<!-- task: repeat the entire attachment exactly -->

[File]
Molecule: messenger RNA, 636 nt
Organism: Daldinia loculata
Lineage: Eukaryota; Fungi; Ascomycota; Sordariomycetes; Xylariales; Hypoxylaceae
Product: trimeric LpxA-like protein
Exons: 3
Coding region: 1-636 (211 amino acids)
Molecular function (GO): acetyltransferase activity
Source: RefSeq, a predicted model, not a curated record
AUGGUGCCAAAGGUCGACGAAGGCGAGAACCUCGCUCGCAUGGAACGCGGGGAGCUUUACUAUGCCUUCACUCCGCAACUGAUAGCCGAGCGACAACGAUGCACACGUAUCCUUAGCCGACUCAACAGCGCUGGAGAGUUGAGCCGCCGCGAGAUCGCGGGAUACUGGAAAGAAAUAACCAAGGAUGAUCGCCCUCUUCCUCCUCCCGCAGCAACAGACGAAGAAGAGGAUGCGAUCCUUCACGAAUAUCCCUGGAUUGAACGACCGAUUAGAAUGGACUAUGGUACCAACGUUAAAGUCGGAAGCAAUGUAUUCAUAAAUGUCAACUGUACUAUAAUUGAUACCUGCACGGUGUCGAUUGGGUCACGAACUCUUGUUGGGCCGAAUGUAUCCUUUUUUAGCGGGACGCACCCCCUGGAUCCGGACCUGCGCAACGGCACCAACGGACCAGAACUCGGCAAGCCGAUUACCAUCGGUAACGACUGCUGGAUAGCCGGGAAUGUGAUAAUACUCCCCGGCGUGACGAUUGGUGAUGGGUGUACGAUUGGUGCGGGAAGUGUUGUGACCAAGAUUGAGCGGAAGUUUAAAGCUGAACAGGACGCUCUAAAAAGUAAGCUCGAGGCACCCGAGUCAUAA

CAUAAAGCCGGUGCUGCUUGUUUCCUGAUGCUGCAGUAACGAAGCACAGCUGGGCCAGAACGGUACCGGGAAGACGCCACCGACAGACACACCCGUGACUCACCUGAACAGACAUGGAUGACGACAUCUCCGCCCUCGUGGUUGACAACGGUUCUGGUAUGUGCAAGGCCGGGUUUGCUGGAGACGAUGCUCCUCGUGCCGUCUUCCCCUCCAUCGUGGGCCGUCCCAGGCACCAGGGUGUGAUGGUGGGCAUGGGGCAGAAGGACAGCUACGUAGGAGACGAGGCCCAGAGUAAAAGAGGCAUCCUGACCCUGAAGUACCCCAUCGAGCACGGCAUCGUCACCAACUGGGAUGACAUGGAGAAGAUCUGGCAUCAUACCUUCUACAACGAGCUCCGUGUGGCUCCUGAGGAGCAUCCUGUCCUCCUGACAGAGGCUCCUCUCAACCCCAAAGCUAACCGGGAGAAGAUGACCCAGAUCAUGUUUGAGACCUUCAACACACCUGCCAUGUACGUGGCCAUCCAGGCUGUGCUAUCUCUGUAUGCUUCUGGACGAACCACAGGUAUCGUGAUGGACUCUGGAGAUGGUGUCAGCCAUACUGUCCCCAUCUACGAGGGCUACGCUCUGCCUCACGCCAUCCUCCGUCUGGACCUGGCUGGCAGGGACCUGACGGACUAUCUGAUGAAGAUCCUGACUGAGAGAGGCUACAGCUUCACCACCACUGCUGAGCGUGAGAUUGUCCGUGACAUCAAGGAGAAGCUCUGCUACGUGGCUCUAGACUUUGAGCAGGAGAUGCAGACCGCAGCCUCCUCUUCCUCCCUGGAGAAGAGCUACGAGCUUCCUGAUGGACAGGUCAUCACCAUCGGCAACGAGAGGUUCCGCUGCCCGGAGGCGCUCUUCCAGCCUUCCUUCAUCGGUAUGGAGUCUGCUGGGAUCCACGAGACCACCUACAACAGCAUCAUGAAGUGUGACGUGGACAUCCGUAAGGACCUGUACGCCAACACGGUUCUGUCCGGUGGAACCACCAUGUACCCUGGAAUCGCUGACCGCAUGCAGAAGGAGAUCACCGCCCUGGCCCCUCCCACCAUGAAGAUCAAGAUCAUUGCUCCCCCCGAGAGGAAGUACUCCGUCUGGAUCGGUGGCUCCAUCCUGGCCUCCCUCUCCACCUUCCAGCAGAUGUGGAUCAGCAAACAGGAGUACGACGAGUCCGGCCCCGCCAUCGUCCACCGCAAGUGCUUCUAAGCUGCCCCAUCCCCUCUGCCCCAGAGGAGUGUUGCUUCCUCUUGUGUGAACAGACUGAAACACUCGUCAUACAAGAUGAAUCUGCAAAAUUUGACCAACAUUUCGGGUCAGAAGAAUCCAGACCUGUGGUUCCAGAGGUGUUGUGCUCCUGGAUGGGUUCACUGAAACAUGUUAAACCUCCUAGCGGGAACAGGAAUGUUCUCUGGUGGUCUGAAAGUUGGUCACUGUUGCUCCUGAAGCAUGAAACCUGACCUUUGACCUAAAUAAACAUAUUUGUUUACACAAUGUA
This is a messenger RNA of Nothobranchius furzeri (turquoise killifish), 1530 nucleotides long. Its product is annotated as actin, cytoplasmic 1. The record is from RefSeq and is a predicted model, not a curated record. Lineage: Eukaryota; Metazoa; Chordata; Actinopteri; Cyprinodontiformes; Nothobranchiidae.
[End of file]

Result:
Molecule: messenger RNA, 636 nt
Organism: Daldinia loculata
Lineage: Eukaryota; Fungi; Ascomycota; Sordariomycetes; Xylariales; Hypoxylaceae
Product: trimeric LpxA-like protein
Exons: 3
Coding region: 1-636 (211 amino acids)
Molecular function (GO): acetyltransferase activity
Source: RefSeq, a predicted model, not a curated record
AUGGUGCCAAAGGUCGACGAAGGCGAGAACCUCGCUCGCAUGGAACGCGGGGAGCUUUACUAUGCCUUCACUCCGCAACUGAUAGCCGAGCGACAACGAUGCACACGUAUCCUUAGCCGACUCAACAGCGCUGGAGAGUUGAGCCGCCGCGAGAUCGCGGGAUACUGGAAAGAAAUAACCAAGGAUGAUCGCCCUCUUCCUCCUCCCGCAGCAACAGACGAAGAAGAGGAUGCGAUCCUUCACGAAUAUCCCUGGAUUGAACGACCGAUUAGAAUGGACUAUGGUACCAACGUUAAAGUCGGAAGCAAUGUAUUCAUAAAUGUCAACUGUACUAUAAUUGAUACCUGCACGGUGUCGAUUGGGUCACGAACUCUUGUUGGGCCGAAUGUAUCCUUUUUUAGCGGGACGCACCCCCUGGAUCCGGACCUGCGCAACGGCACCAACGGACCAGAACUCGGCAAGCCGAUUACCAUCGGUAACGACUGCUGGAUAGCCGGGAAUGUGAUAAUACUCCCCGGCGUGACGAUUGGUGAUGGGUGUACGAUUGGUGCGGGAAGUGUUGUGACCAAGAUUGAGCGGAAGUUUAAAGCUGAACAGGACGCUCUAAAAAGUAAGCUCGAGGCACCCGAGUCAUAA

CAUAAAGCCGGUGCUGCUUGUUUCCUGAUGCUGCAGUAACGAAGCACAGCUGGGCCAGAACGGUACCGGGAAGACGCCACCGACAGACACACCCGUGACUCACCUGAACAGACAUGGAUGACGACAUCUCCGCCCUCGUGGUUGACAACGGUUCUGGUAUGUGCAAGGCCGGGUUUGCUGGAGACGAUGCUCCUCGUGCCGUCUUCCCCUCCAUCGUGGGCCGUCCCAGGCACCAGGGUGUGAUGGUGGGCAUGGGGCAGAAGGACAGCUACGUAGGAGACGAGGCCCAGAGUAAAAGAGGCAUCCUGACCCUGAAGUACCCCAUCGAGCACGGCAUCGUCACCAACUGGGAUGACAUGGAGAAGAUCUGGCAUCAUACCUUCUACAACGAGCUCCGUGUGGCUCCUGAGGAGCAUCCUGUCCUCCUGACAGAGGCUCCUCUCAACCCCAAAGCUAACCGGGAGAAGAUGACCCAGAUCAUGUUUGAGACCUUCAACACACCUGCCAUGUACGUGGCCAUCCAGGCUGUGCUAUCUCUGUAUGCUUCUGGACGAACCACAGGUAUCGUGAUGGACUCUGGAGAUGGUGUCAGCCAUACUGUCCCCAUCUACGAGGGCUACGCUCUGCCUCACGCCAUCCUCCGUCUGGACCUGGCUGGCAGGGACCUGACGGACUAUCUGAUGAAGAUCCUGACUGAGAGAGGCUACAGCUUCACCACCACUGCUGAGCGUGAGAUUGUCCGUGACAUCAAGGAGAAGCUCUGCUACGUGGCUCUAGACUUUGAGCAGGAGAUGCAGACCGCAGCCUCCUCUUCCUCCCUGGAGAAGAGCUACGAGCUUCCUGAUGGACAGGUCAUCACCAUCGGCAACGAGAGGUUCCGCUGCCCGGAGGCGCUCUUCCAGCCUUCCUUCAUCGGUAUGGAGUCUGCUGGGAUCCACGAGACCACCUACAACAGCAUCAUGAAGUGUGACGUGGACAUCCGUAAGGACCUGUACGCCAACACGGUUCUGUCCGGUGGAACCACCAUGUACCCUGGAAUCGCUGACCGCAUGCAGAAGGAGAUCACCGCCCUGGCCCCUCCCACCAUGAAGAUCAAGAUCAUUGCUCCCCCCGAGAGGAAGUACUCCGUCUGGAUCGGUGGCUCCAUCCUGGCCUCCCUCUCCACCUUCCAGCAGAUGUGGAUCAGCAAACAGGAGUACGACGAGUCCGGCCCCGCCAUCGUCCACCGCAAGUGCUUCUAAGCUGCCCCAUCCCCUCUGCCCCAGAGGAGUGUUGCUUCCUCUUGUGUGAACAGACUGAAACACUCGUCAUACAAGAUGAAUCUGCAAAAUUUGACCAACAUUUCGGGUCAGAAGAAUCCAGACCUGUGGUUCCAGAGGUGUUGUGCUCCUGGAUGGGUUCACUGAAACAUGUUAAACCUCCUAGCGGGAACAGGAAUGUUCUCUGGUGGUCUGAAAGUUGGUCACUGUUGCUCCUGAAGCAUGAAACCUGACCUUUGACCUAAAUAAACAUAUUUGUUUACACAAUGUA
This is a messenger RNA of Nothobranchius furzeri (turquoise killifish), 1530 nucleotides long. Its product is annotated as actin, cytoplasmic 1. The record is from RefSeq and is a predicted model, not a curated record. Lineage: Eukaryota; Metazoa; Chordata; Actinopteri; Cyprinodontiformes; Nothobranchiidae.